Festival season is definitely in full swing. I like to think that it begins with EarthFair in Balboa Park and ends after Oktoberfest in La Mesa. Some like to think it ends at the Adam’s Avenue Street Fair at the end of September, but with our Indian Summers extending into October, and sometimes November, I firmly stand by festival season ending with Oktoberfest.
Anyhow, I skipped over EarthFair in order to clean the house or hang out with family, I don’t remember which. But this past weekend we managed to get out both Saturday and Sunday to the Adam’s Avenue Roots Festival, bypassing ArtWalk in Little Italy completely.
We intended to get there around 2:30-3:00pm on Saturday to catch Steve Poltz, but Thomas slept for 3 hours (of which we actually scored a 2 hour nap). So we showed up around 4pm, as Steve was finishing up chatting with the fans after his set. We caught up with a few friends and headed over to the toddler playground. I actually never noticed this playground before. I guess that’s what happens when you become a parent; street fairs become this whole other experience besides jumping in and out of bars like we used to. My friend and I discussed how it will only be a couple of years before we are one of the parents arms crossed waiting around for their kid to get off the inflatable slide.
Anyhow, the only act we caught on Saturday was John Doe. Hearing “The Golden State” live with Cindy Wasserman was made butterflies goes through my gut and my hairs stand up from the chill, and it was more than just the weather. Stewie, John Joe’s drummer, and Thomas connected instantly. Right before the show, Stewie ran up to his kit and grabbed two old battered drumsticks as a gift to Thomas. The smile wrapped around his face was priceless. Thomas drummed on a cardboard box throughout the set and continued to grip those sticks and drum on everything in site for the rest of the weekend.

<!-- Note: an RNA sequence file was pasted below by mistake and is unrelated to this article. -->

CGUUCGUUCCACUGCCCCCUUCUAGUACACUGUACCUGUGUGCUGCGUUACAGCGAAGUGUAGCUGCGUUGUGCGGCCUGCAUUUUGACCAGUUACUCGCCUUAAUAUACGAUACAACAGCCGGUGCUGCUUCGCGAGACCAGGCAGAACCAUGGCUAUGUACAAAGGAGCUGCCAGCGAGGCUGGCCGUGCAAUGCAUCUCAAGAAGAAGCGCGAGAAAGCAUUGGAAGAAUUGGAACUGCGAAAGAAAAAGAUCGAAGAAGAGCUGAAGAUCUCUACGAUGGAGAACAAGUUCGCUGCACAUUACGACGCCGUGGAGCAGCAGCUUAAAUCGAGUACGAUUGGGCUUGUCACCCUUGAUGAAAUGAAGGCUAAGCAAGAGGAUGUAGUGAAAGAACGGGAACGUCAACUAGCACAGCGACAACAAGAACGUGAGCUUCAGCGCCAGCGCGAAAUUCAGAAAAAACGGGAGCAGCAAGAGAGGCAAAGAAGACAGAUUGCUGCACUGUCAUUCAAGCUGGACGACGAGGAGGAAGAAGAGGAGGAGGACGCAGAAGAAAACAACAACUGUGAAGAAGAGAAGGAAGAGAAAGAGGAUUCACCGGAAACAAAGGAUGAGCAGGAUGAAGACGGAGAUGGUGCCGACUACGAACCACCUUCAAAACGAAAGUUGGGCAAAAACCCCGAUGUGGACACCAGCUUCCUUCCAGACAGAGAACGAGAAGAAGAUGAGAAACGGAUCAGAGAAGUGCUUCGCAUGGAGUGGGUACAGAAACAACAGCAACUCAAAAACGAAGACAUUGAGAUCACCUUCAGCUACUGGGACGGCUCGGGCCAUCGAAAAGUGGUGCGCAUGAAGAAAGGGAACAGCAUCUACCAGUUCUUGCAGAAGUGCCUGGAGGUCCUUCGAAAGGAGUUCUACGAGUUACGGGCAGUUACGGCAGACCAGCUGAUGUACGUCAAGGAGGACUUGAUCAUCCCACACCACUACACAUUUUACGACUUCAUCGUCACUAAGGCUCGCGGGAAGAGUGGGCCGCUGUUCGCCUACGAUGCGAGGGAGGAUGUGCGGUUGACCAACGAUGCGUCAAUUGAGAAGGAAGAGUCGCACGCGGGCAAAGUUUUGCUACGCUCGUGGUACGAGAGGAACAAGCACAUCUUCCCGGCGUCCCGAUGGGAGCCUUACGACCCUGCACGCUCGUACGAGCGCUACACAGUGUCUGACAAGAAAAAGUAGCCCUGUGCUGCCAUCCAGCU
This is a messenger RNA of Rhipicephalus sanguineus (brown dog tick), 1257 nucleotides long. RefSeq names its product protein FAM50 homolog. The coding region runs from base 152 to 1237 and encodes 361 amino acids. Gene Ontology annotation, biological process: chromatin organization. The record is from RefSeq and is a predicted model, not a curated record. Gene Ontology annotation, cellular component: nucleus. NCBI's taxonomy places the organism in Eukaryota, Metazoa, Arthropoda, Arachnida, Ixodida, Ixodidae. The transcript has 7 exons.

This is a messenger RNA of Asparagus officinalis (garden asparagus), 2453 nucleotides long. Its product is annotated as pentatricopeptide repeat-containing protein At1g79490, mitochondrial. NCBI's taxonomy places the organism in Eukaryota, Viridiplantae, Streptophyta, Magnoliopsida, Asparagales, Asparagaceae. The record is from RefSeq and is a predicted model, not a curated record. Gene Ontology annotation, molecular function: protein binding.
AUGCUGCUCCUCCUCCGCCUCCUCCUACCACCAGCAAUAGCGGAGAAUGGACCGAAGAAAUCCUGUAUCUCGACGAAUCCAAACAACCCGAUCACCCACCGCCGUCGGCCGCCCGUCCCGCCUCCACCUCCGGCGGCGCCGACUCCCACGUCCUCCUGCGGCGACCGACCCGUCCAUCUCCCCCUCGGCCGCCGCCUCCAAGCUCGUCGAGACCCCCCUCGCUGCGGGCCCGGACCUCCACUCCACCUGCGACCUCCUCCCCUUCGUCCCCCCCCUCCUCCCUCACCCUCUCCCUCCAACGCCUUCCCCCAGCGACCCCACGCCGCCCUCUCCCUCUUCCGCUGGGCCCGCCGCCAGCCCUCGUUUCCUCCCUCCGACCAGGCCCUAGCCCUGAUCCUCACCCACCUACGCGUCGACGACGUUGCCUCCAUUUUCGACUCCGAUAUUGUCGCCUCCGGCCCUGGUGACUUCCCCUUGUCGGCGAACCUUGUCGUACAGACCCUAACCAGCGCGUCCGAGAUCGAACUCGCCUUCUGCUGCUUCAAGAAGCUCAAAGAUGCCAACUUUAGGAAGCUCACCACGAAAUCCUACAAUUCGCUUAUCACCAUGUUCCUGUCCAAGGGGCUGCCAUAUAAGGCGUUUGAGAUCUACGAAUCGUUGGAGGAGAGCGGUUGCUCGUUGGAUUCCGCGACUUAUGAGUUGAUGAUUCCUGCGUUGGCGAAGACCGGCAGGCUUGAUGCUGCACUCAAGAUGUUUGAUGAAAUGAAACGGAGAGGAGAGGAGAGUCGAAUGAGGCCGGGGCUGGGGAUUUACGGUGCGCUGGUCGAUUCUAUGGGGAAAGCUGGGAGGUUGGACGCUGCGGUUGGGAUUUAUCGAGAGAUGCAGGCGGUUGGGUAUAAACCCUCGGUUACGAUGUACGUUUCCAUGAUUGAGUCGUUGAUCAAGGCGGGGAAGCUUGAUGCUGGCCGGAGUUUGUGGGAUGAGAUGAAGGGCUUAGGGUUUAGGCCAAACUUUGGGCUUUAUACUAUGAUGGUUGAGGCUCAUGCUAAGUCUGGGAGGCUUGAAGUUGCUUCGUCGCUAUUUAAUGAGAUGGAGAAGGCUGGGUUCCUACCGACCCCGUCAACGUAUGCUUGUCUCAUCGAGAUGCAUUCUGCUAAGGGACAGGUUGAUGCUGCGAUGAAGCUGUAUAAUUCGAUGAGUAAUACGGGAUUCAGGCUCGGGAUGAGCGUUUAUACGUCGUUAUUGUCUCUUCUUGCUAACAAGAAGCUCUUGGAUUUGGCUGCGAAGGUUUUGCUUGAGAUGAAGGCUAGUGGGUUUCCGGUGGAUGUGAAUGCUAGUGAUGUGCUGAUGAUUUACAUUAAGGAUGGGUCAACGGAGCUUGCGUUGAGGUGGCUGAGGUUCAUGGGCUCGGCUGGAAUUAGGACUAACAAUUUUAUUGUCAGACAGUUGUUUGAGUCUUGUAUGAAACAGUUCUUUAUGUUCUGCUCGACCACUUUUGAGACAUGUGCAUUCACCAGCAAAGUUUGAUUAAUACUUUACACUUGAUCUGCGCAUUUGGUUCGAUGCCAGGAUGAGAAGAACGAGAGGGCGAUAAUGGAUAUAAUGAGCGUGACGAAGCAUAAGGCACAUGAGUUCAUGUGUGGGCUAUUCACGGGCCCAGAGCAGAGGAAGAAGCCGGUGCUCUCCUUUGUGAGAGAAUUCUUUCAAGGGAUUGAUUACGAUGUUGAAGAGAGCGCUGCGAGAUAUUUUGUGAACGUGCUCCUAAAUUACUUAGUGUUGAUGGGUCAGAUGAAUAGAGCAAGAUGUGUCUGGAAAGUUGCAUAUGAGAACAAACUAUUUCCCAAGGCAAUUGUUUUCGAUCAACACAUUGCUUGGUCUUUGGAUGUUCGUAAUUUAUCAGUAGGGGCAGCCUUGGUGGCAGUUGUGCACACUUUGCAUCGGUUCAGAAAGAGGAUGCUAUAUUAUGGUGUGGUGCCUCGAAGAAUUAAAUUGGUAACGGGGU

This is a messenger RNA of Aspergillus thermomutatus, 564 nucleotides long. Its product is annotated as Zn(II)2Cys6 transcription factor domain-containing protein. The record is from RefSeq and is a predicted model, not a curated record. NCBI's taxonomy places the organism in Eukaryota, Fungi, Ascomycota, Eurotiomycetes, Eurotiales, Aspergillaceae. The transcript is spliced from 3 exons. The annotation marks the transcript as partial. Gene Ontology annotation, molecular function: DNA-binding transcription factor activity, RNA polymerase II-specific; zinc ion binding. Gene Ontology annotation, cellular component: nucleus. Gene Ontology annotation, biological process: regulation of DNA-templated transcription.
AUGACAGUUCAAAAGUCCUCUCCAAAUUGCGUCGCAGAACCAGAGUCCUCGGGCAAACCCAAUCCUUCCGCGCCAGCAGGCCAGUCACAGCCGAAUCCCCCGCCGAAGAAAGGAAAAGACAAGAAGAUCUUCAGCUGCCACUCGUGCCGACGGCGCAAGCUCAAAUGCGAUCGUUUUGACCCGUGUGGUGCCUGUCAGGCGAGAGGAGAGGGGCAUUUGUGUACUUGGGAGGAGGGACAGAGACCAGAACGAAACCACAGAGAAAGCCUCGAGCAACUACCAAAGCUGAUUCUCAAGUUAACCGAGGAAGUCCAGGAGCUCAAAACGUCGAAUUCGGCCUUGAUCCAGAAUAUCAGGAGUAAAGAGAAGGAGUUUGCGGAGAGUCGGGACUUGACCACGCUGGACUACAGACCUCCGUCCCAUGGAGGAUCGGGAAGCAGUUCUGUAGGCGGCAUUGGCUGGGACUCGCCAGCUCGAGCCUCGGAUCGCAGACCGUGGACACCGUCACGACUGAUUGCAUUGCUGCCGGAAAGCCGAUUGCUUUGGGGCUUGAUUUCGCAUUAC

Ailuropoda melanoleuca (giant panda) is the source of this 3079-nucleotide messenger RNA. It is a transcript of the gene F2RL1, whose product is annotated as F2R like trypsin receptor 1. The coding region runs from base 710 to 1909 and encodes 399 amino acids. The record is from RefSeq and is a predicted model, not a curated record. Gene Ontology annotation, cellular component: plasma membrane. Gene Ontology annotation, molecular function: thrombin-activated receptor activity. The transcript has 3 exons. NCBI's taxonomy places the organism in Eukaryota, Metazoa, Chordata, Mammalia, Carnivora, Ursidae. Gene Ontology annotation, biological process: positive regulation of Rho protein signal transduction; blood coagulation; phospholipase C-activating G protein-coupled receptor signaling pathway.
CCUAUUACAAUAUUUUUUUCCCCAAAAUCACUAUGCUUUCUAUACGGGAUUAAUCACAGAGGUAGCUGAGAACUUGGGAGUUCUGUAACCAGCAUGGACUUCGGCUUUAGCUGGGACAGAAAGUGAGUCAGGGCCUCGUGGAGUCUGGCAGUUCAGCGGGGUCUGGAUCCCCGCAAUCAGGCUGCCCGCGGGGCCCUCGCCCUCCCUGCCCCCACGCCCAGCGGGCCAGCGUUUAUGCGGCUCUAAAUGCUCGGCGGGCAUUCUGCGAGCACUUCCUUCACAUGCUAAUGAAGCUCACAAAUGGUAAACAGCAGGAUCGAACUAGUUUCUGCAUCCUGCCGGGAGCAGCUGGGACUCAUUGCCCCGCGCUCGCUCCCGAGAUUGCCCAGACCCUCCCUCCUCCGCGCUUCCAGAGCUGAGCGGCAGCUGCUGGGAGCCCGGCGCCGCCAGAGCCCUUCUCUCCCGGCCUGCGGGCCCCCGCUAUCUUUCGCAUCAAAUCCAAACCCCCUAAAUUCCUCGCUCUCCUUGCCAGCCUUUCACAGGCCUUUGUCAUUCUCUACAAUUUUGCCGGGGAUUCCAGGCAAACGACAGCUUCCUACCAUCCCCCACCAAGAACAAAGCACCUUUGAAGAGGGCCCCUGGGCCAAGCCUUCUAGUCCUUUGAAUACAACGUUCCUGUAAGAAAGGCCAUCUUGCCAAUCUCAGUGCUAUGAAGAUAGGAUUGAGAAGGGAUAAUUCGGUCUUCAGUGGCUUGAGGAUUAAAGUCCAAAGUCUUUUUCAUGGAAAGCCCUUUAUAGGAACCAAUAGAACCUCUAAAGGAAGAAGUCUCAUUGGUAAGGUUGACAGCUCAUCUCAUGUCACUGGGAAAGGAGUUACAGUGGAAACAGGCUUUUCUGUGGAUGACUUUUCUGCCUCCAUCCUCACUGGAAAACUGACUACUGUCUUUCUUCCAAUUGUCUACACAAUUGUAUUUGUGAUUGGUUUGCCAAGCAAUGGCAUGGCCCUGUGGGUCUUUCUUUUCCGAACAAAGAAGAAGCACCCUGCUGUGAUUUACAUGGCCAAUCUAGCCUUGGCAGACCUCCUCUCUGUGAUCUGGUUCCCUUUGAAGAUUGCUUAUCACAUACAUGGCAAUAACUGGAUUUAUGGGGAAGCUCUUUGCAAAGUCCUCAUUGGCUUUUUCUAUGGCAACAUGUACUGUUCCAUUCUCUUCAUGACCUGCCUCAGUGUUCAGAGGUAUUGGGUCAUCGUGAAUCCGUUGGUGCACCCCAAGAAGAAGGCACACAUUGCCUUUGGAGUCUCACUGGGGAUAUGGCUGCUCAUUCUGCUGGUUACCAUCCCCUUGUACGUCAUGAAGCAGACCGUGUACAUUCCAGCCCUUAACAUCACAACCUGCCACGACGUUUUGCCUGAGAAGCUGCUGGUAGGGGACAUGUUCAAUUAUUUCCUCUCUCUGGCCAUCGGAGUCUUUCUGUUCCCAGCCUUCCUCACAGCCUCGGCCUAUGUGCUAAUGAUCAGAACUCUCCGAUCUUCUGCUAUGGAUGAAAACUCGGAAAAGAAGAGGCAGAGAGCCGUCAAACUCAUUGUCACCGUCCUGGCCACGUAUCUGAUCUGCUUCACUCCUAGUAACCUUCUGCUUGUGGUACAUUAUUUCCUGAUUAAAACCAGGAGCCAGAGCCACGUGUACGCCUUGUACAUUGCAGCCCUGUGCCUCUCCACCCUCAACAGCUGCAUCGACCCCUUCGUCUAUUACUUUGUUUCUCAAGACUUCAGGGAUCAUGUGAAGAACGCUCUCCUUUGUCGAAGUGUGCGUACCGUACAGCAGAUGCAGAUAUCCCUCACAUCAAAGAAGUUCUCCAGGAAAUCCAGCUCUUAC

Sunday we made it to the festival a bit earlier and were able to catch Carlos Olmeda’s entire set on the 34th Street stage. He continues to call his music : tri-cultural acoustic pop with the three cultures being American, Puerto Rican and Irish (because we all wish we were Irish). His music varies much more than just pop. Beautiful ballads and songs telling stories of history and love round out Carlos’s musical repertoire.
After some time at the big kids playground on Mansfield Street, we were able to catch Steve Poltz and the Flight Attendants. I was bouncing up and down to “License Plate Eyes” and “Rain”. Stinky mesmerized Thomas with his familiar “drum anything and everything” technique in “Quarter Inch”. I was cracking up watching the street fair organizers scramble as Steve pushed the limits of time for their sound permit. Been there.
Afterwords, we connected with friends we hadn’t seen in a while and headed over to Blind Lady Ale House where Thomas decided that the jam from the cheese plate was the better choice for dinner. Let’s just say we had a wild child that crashed and burned hard that night. Festival season, I think we are ready for you.